We are hoping that we can get the flexible timeframes standardised in the next months – we want to get it by November but there is some work to be done to make sure it will have enough flexibility to meet all three key targets. So having said that if we can’t get it this year we need to get it next year because that is when at least one of our customers wants to deploy 5G pre-standards. But if it is so pre-standardised that there is no agreement on the basic frame, that will be an investment that is not forward compatible.”
To meet those aggressive timescales, do you think we will see a phased approach, with a Standalone 5G coming after a non-standalone version, where the 5G radio is connected to an 4G packet core (EPC)?
Standalone 5G is the ultimate target and that will mean standardisation on the core and radio, but in order to meet aggressive timescales we have agreed to a phased approach where Phase 1 will standardise much of the radio but connected to an EPC type of core. And I am hoping that flexible frames will be part of that – network slicing so much depends on that particular feature. So I am hoping that by then end of 2017 we will have Phase I completed.”
Can you explain how Networks Slicing will work end to end including the radio?
The basic idea is you have a number of assets – spectrum, cell sites with radio, baseband processing, core, applications. The concept of network slicing, my vision, is that it is about creating a virtual network with specific characteristics that have a number of requirements that it needs to meet. And in order to meet them you assemble this network from existing assets. And we have done this in the IT world, in the core – but now it is coming to transport and radio it’s far more challenging.
So here you will be using maybe some of the spectrum assets in very low bands to address the needs of IoT, then got to mmWave bands to address extremely high broadband, and to whatever spectrum for real time communications, and providing that policy is something the network OS will do. Enforcing that policy is something that’s done at the edge of the network – cloud based would be a good way to do it. Eventually different behaviours from elements – what wave, power, frequency you send out and receive – these to me can be programmed, it’s just that we haven’t done it so far. And this is in a roundabout way coming back to the concept, which is not a new concept, of Software Defined Radio, that will make it real.”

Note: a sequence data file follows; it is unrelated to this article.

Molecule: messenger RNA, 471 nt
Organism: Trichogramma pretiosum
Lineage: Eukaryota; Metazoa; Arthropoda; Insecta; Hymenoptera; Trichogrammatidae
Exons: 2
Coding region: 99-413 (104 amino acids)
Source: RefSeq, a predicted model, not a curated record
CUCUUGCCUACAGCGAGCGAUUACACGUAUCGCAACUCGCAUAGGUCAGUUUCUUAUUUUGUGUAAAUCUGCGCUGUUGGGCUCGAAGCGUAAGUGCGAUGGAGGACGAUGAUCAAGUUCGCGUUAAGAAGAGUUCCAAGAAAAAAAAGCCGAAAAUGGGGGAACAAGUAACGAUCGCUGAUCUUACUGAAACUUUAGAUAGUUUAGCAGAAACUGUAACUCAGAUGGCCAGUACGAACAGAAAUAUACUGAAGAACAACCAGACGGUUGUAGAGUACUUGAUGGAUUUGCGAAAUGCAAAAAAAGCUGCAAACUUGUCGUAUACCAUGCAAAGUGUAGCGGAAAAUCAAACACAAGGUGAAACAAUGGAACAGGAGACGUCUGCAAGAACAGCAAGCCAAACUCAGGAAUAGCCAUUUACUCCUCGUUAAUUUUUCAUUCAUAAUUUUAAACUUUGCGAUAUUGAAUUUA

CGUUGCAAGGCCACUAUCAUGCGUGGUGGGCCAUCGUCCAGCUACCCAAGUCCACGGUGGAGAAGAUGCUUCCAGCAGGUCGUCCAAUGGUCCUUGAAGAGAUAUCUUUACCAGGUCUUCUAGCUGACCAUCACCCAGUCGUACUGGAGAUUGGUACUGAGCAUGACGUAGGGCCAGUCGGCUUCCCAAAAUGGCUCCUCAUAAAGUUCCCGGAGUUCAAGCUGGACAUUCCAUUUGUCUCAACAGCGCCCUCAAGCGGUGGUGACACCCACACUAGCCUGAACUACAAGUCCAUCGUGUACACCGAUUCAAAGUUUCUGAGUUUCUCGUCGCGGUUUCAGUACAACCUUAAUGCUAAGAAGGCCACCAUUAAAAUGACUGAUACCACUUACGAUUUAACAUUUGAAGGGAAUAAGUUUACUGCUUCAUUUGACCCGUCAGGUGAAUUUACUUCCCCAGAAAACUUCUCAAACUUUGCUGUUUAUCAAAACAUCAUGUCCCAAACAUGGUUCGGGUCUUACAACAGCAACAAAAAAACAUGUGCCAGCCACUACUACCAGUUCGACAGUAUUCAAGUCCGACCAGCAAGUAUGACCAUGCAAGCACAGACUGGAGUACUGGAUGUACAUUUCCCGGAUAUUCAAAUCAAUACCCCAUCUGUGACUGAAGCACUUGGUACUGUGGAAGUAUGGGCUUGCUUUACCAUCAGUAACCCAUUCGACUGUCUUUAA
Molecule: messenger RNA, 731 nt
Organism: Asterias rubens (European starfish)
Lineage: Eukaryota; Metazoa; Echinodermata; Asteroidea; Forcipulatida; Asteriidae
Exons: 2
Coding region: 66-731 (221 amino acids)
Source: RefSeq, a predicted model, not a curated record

In your talk you said that one of the necessary conditions for commercialisation of 5G will be the creation of a new network architecture, and you named seven things that have to change there. Which of these will be the most challenging?
I think they all have their own challenges, the challenge of creating distributed edge cloud should not be underestimated because that means using the central office like mini data centres. Creating a core for mobile and fixed access, using AI to automate network functions service provisioning, we have ideas but we haven’t done it yet.
I think the most challenging however is on digital security, and security of networks is becoming imperative in order to make sure that they can be used in sensitive domains. So we talk about a common fabric and that common fabric means trusting other users of the fabric that they will not intrude on your network and functionalities and we need to make sure that this can be automatically prevented and minimised. To me security looks like the biggest challenge of the seven.”